Business Groups Push Joe Biden to Drop Trump’s H-1B Reforms

Vice President Joe Biden speaks at the '100,000 Strong in the Americas' event, M
AP Photo/Pablo Martinez Monsivais

Business groups are pushing Joe Biden’s team to drop President Donald Trump’s pro-American reforms of the H-1B visa-worker program.

“They’ve indicated they are going to be very different than the Trump administration on high-skilled immigration, immigration in general,” the head of an investor group told the Hill. “High-skilled immigration … has led to so much growth and technological superiority and competitiveness for the U.S.,” the investor group head, TechNet CEO Linda Moore, said.

Moore continued:

Any rules that impose stricter standards around H-1B visas will have zero impact on increasing American jobs and will harm our country’s ability to recover from the pandemic just as cases are beginning to rise again. … They should allow the incoming administration to set the tone on immigration policy as our country moves forward under President-elect Biden and Vice President-elect Harris.

The U.S. Chamber also wants to stop the regulations. The Hill added:

“We see improvement there. There is still a lot more work that requires Congress’s attention when it comes to immigration,” Neil Bradley, chief policy officer at the Chamber, said on a recent call with reporters.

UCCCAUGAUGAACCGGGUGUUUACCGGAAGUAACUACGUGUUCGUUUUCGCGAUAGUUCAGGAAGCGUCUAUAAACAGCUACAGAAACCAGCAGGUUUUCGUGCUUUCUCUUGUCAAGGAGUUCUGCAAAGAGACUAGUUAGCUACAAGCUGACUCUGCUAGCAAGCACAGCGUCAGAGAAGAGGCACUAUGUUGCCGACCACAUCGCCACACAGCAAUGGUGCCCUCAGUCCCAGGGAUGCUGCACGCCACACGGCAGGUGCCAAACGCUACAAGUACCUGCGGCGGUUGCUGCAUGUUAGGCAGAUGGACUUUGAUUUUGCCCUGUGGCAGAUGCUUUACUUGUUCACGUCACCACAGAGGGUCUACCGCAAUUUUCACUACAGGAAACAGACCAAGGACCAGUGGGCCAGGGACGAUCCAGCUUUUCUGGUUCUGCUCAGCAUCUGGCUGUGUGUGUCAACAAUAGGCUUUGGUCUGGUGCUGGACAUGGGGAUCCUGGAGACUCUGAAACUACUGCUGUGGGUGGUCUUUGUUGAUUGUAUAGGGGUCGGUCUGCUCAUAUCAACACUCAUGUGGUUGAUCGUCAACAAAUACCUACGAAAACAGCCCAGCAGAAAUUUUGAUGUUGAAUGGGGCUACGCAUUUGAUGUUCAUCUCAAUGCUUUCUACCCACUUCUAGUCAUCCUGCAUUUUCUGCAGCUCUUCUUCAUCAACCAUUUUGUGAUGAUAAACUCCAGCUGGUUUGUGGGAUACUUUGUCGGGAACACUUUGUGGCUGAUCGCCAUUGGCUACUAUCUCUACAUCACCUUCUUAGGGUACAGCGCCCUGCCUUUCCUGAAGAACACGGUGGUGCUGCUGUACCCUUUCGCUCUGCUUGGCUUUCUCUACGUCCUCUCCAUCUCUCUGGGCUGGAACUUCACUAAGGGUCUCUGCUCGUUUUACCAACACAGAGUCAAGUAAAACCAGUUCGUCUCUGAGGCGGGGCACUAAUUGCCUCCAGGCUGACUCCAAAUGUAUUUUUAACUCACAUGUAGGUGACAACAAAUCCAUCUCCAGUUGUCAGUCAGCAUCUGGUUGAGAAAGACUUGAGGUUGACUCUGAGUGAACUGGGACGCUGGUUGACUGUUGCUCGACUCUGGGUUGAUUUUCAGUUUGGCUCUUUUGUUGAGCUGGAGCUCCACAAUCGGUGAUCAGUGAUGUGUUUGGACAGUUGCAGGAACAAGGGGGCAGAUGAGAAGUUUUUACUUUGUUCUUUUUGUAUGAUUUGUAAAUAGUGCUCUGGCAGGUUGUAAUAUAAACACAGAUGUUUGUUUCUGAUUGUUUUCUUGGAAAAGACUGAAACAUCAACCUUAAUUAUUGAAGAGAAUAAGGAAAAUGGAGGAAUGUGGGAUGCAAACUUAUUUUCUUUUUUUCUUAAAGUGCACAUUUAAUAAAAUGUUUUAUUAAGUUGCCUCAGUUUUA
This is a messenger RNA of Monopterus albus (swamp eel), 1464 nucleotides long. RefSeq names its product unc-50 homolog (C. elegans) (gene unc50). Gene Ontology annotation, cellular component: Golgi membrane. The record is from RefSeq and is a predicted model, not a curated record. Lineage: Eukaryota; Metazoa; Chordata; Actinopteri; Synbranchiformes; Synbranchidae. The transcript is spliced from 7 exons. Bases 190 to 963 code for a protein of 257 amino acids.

The reforms are being championed by groups who represent U.S. graduates in debates and lawsuits.

“We’re aiding with amicus briefs, supporting the [Department of Labor] and the [Department of Homeland Security], informing the judges in each of these cases of the real impact, the real displacement, that the H-1B programs create,” said Kevin Lynn, director of U.S. Tech Workers.

“They’re a pipeline of cheap labor. … Labor is not immune from the law of supply and demand,” he said.

Since June, Trump has added a series of reforms and curbs that would pressure Fortune 500 companies to hire American graduates instead of lower-wage, compliant, and disposable foreign workers from India and China.

The variety of visa-worker pipelines allow Fortune 500 companies to exclude at least 1.3 million qualified and ready U.S. graduates from technology jobs.

Trump’s curbs require U.S. employers to pay higher wages to foreign workers, reduce the inflow of H-1B workers for the staffing industry that fill outsourced jobs for the Fortune 500 companies, and narrow the types of jobs that can be filled by foreign workers with particular qualifications.

The reforms would bar the inflow of H-1B and J-1 workers until at least January, end the award of H-1B visas by lottery, and begin awarding the visa to companies that offer the highest wages.

Many of these rules are being turned into regulations — but business groups are suing to block the regulations’ creation.

Trump’s low-profile approval of the pending regulations may have upped his white-collar support in the 2020 election. However, he did not push the issue in his campaign speeches or advertising.

If the reforms are approved as regulations, Biden’s deputies may be reluctant to kill the reforms because the campaign was strongly supported by the U.S. college grads who are replaced by the visa workers.


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